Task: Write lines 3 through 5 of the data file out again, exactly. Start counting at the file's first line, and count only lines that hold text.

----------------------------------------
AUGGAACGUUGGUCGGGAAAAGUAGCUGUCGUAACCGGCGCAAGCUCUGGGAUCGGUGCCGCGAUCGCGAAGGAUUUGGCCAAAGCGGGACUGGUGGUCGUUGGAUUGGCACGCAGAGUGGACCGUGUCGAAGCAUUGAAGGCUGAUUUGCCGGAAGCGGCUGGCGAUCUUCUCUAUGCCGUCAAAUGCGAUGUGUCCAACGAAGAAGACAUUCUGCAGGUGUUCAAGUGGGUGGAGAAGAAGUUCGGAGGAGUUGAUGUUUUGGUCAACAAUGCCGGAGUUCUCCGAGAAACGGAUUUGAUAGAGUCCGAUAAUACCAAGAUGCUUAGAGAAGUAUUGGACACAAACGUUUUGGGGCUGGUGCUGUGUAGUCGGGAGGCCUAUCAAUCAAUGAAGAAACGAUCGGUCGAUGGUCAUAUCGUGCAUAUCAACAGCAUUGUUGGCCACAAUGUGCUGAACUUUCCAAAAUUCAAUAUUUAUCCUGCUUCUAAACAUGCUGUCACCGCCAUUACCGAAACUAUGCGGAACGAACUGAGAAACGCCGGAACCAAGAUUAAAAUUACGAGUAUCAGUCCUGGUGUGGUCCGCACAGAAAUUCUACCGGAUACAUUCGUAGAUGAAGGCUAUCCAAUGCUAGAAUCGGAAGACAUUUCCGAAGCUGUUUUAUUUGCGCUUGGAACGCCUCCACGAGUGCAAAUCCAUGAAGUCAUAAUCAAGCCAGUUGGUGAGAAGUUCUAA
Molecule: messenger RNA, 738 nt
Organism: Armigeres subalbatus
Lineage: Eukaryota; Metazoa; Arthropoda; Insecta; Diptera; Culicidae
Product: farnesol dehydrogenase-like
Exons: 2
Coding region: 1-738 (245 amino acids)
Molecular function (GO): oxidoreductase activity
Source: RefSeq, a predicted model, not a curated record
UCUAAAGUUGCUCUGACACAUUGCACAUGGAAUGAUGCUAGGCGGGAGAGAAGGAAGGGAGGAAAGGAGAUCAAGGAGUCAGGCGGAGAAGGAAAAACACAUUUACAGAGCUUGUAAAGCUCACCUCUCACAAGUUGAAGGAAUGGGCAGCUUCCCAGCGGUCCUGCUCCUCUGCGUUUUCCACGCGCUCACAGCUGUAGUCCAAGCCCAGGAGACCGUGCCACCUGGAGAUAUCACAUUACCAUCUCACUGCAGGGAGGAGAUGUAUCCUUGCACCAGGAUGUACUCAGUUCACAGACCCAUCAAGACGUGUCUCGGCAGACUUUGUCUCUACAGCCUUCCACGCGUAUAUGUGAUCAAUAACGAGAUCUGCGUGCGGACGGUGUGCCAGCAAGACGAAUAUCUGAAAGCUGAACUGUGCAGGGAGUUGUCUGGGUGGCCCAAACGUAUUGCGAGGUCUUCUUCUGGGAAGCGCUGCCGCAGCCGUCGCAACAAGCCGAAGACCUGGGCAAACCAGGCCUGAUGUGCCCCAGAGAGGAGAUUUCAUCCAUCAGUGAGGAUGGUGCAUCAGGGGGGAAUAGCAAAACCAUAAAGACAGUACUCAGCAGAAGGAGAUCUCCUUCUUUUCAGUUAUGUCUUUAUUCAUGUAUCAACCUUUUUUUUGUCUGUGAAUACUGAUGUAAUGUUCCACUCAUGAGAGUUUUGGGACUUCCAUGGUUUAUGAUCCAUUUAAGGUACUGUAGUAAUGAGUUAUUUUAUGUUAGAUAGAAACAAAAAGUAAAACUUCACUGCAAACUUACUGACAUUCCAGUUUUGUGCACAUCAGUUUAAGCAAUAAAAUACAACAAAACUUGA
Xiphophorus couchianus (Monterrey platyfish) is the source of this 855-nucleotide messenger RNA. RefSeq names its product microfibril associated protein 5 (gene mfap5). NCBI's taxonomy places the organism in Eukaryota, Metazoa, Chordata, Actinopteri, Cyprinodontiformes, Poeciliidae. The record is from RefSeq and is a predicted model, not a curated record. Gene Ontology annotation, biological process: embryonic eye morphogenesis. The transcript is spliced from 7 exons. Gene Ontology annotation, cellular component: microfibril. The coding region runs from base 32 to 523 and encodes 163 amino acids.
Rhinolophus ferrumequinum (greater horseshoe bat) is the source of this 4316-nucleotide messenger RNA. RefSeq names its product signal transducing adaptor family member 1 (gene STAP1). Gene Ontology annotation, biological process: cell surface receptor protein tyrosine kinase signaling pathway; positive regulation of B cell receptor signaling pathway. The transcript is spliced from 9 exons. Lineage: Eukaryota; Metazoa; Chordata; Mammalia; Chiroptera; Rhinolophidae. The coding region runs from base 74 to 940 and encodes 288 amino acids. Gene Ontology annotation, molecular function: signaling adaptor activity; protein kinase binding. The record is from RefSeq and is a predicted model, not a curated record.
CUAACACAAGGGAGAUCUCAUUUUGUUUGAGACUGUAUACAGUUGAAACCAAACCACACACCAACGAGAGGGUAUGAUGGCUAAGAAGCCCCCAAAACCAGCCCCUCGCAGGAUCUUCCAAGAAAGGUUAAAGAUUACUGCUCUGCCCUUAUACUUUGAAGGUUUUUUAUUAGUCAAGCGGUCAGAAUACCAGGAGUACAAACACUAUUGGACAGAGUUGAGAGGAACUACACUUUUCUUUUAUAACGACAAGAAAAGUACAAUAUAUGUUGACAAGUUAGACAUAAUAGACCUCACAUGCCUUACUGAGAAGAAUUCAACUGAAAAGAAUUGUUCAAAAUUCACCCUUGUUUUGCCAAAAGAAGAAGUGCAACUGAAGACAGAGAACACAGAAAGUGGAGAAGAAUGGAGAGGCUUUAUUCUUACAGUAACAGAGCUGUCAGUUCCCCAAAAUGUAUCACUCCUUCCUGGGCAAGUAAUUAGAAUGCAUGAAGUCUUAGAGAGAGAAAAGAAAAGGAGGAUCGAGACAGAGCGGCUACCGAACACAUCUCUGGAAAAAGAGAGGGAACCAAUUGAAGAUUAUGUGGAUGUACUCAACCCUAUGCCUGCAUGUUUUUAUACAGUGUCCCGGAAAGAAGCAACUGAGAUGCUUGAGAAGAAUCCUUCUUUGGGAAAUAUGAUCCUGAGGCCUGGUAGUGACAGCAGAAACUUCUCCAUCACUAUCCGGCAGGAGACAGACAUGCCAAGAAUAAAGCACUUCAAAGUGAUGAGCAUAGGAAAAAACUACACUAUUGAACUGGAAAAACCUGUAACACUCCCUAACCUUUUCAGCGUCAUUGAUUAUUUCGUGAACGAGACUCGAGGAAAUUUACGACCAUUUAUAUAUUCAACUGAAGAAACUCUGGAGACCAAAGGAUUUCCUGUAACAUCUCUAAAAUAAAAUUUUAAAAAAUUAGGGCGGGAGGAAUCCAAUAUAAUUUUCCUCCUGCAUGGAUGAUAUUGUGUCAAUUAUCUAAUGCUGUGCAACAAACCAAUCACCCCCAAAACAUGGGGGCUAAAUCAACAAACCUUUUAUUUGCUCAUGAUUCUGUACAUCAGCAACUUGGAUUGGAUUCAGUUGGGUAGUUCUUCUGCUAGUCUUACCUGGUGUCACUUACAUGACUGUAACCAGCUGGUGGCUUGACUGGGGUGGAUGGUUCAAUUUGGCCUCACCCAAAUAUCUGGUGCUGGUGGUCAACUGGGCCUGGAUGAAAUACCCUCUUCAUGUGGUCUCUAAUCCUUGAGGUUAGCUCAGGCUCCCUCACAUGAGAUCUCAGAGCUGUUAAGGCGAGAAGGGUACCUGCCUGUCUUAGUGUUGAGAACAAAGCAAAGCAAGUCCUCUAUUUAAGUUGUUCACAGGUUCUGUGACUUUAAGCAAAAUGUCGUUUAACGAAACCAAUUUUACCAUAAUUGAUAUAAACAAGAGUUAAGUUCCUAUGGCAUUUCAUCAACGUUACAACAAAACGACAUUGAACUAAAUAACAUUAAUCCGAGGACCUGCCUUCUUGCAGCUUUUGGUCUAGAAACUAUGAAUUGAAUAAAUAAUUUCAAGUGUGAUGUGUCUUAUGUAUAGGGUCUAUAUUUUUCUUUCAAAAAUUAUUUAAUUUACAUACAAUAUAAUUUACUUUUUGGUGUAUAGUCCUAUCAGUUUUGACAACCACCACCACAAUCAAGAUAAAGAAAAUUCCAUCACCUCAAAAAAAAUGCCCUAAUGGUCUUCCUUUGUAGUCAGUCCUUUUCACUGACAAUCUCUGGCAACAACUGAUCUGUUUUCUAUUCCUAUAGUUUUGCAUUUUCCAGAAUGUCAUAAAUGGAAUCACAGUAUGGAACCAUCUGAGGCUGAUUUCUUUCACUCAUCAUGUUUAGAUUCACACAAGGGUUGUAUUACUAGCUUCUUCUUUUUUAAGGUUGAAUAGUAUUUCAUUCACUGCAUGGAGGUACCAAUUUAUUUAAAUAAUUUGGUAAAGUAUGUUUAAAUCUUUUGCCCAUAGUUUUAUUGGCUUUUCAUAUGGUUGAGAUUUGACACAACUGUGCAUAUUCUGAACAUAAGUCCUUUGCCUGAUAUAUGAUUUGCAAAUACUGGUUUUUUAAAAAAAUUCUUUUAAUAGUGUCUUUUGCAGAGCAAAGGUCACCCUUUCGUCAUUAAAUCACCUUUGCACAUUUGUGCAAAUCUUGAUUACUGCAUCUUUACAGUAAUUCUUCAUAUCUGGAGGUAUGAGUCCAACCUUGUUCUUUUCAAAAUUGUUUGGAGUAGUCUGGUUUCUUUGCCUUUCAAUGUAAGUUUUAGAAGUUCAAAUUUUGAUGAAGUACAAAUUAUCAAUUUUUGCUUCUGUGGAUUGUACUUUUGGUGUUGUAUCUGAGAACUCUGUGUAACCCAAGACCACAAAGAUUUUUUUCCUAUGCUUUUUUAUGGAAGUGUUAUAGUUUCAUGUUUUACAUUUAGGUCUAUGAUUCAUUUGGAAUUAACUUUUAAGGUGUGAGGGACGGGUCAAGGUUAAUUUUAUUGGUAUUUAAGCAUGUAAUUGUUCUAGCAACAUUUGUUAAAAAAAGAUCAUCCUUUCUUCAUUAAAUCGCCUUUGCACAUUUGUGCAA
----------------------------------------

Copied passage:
Organism: Armigeres subalbatus
Lineage: Eukaryota; Metazoa; Arthropoda; Insecta; Diptera; Culicidae
Product: farnesol dehydrogenase-like